crispy baked hash browns

For his birthday breakfast, my younger son requested potatoes, sausage, eggs, toast, and orange juice.

Normally, I make baked hash brown potatoes for breakfast since they’re so easy, feed a crowd, and can be made ahead of time: whole potatoes, boiled and peeled, and then grated into a large pan with lots of salt and drizzled with copious amounts of browned butter. But this time around, I wasn’t in the mood for cooking ahead.

So the morning of, I made baked hash browns with raw potatoes. They weren’t nearly as complicated or time consuming as I thought they would be and the wow-factor was pretty enormous.

(Excuse the abbreviated post. I’ve been writing all morning, and, apparently, I have no words left.)

Crispy Baked Hash Browns

4-6 potatoes
oil or fat (I used an ample amount of olive oil and bacon grease)
lots of salt and black pepper

Peel and grate the potatoes. Place the grated potatoes in a bowl of cold water. Stir in some salt and let sit for a few minutes. The cold water soak keeps the potatoes from turning brown and going limp, and the salt adds flavor. Drain the potatoes, squeezing out all the excess water.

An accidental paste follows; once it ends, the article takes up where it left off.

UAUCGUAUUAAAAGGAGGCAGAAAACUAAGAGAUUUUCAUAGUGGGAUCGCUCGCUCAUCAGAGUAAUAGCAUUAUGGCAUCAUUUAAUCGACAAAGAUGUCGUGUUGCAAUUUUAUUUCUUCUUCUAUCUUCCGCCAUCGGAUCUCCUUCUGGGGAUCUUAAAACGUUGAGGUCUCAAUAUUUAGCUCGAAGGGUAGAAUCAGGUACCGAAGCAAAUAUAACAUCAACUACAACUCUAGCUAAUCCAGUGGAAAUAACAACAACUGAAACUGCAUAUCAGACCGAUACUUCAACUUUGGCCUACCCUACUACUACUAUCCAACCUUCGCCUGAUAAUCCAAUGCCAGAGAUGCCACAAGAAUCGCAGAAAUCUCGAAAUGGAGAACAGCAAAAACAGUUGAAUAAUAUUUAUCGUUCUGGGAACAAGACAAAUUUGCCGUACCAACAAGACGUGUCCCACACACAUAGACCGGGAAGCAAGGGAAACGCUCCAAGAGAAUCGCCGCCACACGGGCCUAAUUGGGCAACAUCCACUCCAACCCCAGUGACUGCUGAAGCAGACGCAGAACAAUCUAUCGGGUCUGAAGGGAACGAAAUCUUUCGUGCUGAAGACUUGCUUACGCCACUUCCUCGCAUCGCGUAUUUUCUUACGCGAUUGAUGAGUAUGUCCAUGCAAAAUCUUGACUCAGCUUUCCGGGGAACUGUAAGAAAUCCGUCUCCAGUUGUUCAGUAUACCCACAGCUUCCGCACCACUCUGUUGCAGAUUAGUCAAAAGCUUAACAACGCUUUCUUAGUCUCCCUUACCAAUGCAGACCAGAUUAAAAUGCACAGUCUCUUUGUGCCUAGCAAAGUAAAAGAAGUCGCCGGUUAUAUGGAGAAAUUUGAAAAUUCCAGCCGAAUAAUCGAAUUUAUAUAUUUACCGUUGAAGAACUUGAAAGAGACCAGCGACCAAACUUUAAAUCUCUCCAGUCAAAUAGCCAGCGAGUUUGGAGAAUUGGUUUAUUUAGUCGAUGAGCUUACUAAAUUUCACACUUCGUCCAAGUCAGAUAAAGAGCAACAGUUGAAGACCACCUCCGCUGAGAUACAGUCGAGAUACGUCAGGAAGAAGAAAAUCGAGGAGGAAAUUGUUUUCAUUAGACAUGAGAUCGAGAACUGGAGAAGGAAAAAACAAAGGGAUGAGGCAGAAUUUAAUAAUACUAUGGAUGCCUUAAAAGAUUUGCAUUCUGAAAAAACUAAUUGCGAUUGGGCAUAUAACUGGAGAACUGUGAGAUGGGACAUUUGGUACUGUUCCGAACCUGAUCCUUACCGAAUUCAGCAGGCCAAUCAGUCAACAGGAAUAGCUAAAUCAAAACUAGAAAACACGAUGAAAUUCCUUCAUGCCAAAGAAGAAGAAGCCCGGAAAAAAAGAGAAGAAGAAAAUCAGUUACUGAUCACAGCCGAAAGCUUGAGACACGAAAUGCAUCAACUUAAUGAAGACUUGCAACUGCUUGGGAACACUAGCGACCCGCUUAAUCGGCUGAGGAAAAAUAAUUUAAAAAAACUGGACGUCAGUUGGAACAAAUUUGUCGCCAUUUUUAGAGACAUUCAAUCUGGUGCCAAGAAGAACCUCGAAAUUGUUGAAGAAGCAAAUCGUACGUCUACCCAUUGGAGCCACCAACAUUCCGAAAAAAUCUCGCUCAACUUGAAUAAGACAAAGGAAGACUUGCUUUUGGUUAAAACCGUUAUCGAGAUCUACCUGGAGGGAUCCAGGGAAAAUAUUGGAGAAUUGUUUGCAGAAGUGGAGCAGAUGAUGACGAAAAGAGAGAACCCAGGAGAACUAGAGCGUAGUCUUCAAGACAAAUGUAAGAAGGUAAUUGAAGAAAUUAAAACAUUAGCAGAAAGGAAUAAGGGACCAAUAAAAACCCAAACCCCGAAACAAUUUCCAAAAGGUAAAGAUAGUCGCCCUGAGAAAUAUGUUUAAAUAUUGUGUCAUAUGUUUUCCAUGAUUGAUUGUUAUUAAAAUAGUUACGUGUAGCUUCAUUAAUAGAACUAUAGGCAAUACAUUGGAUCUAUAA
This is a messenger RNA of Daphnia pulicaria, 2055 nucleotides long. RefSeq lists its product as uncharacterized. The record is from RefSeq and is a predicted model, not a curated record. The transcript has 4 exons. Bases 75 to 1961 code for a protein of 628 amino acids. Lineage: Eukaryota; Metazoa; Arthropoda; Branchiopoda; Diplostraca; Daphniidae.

Liberally oil two large, sided baking sheets. Now’s the time to use pans that brown well, not the pans that produce anemic-looking baked goods. Sprinkle the grated potatoes over the pan in a thin layer—no big clumps. Salt heavily. Black pepper is optional.

Bake the potatoes at 400 degrees on the bottom oven rack, one pan at a time. After about 10 minutes, or when the potatoes look like they’re getting a good brown on them, pull the pan from the oven and flip the potatoes. Bake the potatoes for another 5-10 minutes or until they are good and crispy.

Serve hot, with ketchup.

This same time years previous: timpano!, a horse of her own, the quotidian (2.9.15), gourmet chocolate bark, dear Mom, to read, chai-spiced hot chocolate, and facing facts.


  • Lana

    I put cut apples in salt water and they can be stored in the fridge for at least 5 days without browning so I suspect the salt does the same for the potatoes. I had never thought to put potatoes in salt water when making hash browns. I am sure they look more appetizing that way.

    • Jennifer Jo

      Oh yes, I should've explained! The cold water keeps the potatoes from losing their bright, white color and going limp. The salt (I imagine, I hope) soaks into the potatoes, adding more flavor. I've read that cold water baths are important in the french fry making process, so I just transfered that to these oven hash browns.

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